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Dedicated to Arthur Lloyd, 1839 - 1904.

 

Theatres in Colchester, Essex

The Mercury Theatre - The Hippodrome Theatre / Grand Theatre / Liquid Envy - The Theatre Royal - The Playhouse Theatre

The Mercury Theatre, Balkerne Gate, Colchester

A Google StreetView Image of the Mercury Theatre, Colchester - Click to Interact

Above - A Google StreetView Image of the Mercury Theatre, Colchester - Click to Interact

The Mercury Theatre is situated at Balkerne Gate Colchester, and was opened on May the 10th 1972. The Theatre was designed by Norman Downie, and constructed with money raised by public donation and fund raising, plus a large grant from the Borough Council. The Theatre serves a large area of East Anglia, some 130,000 people.

The Theatre is a modern partially glass building featuring two auditoria, a Main House seating 499 people, and a Studio Theatre holding 80 people. It has it's own workshops to construct scenery, costumes, and props, and mounts it's own productions for Colchester, as well as touring nationally.

The Main auditorium has a proscenium stage, which is an unusual shape behind the proscenium arch as its slotted into the building's octagonal shape. The stage has a thrusting apron stage and has seating facing the stage, and also on each side of the apron. This apron also has an orchestra pit below it for 10 musicians. The Studio Theatre is a free space, adaptable for various acting and seating positions.

The Theatre was born from the Colchester Repertory Company which was formed by Robert Digby and Beatrice Radley in 1937 and first performed weekly productions in the Albert Hall in the High Street. This continued until 1963 with the arrival of David Forder as Manager. The company then gained a considerable stature.

In 1968 the Colchester New Theatre Trust was formed to seek a suitable site for a new Theatre. The Theatre's first Artistic Director was David Buxton who was later succeeded in 1984 by Michael Winter. Upon David Forder's retirement as Administrative Director in the late 1990's Michael Winter became the new Artistic Director and Chief Executive. In 1994 Pat Trueman succeeded him in this role until 1998, when Adrian Stokes joined as Associate Director, initiating the Community Education Programme.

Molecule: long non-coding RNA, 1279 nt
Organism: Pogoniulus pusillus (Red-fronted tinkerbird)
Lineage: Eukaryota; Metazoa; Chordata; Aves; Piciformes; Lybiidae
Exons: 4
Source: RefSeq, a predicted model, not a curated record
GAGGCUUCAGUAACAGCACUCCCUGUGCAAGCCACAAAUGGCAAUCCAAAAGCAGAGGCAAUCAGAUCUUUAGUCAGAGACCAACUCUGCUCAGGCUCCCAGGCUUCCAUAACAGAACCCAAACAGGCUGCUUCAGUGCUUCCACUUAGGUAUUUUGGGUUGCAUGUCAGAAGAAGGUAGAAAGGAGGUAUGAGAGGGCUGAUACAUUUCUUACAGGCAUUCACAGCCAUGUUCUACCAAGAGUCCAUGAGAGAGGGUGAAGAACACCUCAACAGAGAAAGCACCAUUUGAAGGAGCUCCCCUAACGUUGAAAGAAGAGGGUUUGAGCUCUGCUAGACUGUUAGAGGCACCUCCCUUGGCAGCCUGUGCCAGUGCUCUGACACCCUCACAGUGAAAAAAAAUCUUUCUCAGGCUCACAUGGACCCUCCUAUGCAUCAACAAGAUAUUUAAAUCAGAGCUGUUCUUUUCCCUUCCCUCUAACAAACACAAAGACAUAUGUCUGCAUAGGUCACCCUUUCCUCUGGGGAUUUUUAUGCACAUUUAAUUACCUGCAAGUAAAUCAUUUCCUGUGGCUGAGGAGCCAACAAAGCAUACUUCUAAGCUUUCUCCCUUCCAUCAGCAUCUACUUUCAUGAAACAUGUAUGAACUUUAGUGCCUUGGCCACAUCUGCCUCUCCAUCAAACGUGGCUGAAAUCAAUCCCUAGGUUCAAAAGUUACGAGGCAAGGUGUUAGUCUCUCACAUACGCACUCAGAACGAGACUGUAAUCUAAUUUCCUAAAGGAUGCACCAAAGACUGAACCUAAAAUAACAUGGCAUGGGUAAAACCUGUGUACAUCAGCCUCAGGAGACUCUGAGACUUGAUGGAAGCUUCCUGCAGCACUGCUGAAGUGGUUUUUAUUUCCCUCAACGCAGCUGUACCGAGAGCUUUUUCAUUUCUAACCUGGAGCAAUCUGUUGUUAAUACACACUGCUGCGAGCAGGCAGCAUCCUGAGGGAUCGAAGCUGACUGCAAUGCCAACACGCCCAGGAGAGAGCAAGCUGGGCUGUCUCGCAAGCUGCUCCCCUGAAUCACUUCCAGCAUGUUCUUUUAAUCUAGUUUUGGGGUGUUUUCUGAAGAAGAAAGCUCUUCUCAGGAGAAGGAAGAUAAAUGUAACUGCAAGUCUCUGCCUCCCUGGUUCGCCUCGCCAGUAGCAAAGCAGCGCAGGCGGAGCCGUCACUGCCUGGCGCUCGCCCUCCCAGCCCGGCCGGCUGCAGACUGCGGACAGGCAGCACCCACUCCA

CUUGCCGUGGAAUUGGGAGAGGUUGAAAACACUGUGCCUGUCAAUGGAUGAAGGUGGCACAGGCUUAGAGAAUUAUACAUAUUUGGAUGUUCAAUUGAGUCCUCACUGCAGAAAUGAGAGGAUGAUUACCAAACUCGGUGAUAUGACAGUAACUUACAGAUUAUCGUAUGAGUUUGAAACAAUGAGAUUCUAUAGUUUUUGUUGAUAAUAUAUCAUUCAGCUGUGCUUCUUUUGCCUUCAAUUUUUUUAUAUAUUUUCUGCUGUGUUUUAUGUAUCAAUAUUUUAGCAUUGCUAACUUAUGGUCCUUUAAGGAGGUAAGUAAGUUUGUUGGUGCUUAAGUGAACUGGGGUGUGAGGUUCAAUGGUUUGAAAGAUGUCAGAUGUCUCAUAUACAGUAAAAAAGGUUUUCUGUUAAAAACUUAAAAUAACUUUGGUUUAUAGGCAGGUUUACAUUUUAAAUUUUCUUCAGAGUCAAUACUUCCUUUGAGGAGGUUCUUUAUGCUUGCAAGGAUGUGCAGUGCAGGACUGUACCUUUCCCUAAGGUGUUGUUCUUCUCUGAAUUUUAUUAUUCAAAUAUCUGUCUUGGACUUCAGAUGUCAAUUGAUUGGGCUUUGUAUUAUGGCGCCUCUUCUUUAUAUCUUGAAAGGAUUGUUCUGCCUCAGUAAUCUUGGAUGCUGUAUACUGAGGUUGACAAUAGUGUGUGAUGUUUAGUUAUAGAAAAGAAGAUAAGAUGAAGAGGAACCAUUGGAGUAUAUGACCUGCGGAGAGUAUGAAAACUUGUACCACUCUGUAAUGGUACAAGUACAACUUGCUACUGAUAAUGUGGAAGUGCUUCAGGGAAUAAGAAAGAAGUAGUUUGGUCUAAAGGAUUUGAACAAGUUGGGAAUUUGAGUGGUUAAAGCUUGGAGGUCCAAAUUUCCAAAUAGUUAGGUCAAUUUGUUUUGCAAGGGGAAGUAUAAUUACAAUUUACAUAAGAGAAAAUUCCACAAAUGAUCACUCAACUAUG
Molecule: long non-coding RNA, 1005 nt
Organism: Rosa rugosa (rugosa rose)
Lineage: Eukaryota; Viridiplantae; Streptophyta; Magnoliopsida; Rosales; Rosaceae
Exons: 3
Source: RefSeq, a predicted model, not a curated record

In 1998 Dee Evans became Chief Executive with Gregory Floy as Artistic Producer. In 1999 they formed the Mercury Theatre Company with Gregory as the Artistic Director, until 2003, when Gregory left, Dee then became both Chief Executive and Artistic Director.

In 2012 a new leadership took over with Daviel Buckroyd appointed as Artistic Director.

The Stage dimensions of the Main House are:- Depth 12.1 metres with a width of 12.3 metres at its widest part. The Proscenium is 10.7 metres wide and 5.73 high. There is no rake to the stage.

The Theatre has a diverse programme with Community Education partnerships, offering 'In House' productions of plays, musicals, and an annual Pantomime, together with touring productions. Thus the Mercury Theatre offers the public of Colchester and surrounding area top quality theatre, renowned both locally and nationally.

You may like to visit the Mercury Theatre's own website here.

The above article on the Mercury Theatre was written for this site by David Garratt in August 2015.

If you have any more information or images for this Theatre that you are willing to share please Contact me.

The Hippodrome Theatre, 131 High Street, Colchester

Formerly - The Grand Theatre of Varieties / Grand Palace of Varieties / Grand Theatre - Later - Liquid Envy Nightclub

A Google StreetView Image of the former Hippodrome / Grand Theatre, Colchester - Click to Interact

Above - A Google StreetView Image of the former Hippodrome / Grand Theatre, Colchester - Click to Interact

The Hippodrome Theatre stands at 131 High Street, Colchester, Essex, and was built in 1905 by local architect J. W. Start, possibly with Ben Kirk and with Paul Hoffman as consultants. Originally called the Grand Theatre of Varieties, it was owned by Mr Lang Sims, and opened on the evening of Monday April 24th 1905, with a Variety programme. The Theatre was built on the site of the old Lamb Inn which was demolished in 1903. The Essex County Chronicle of Friday 21st April 1905 reported that on the previous Wednesday, the 19th April 1905, a special meeting was held by the Town Council presided over by the Mayor, when a stage play licence was granted for the new Grand Theatre in High Street.

The Theatre building is 22.85 metres by 48.75 metres (75 feet by 160 feet). The exterior frontage is of red brick with stone and stucco dressings, in the style of Edwardian Baroque. The frontage being three stories high with a cartouche at attic level in a rounded pediment, with the words 'Grand Theatre' carved therein.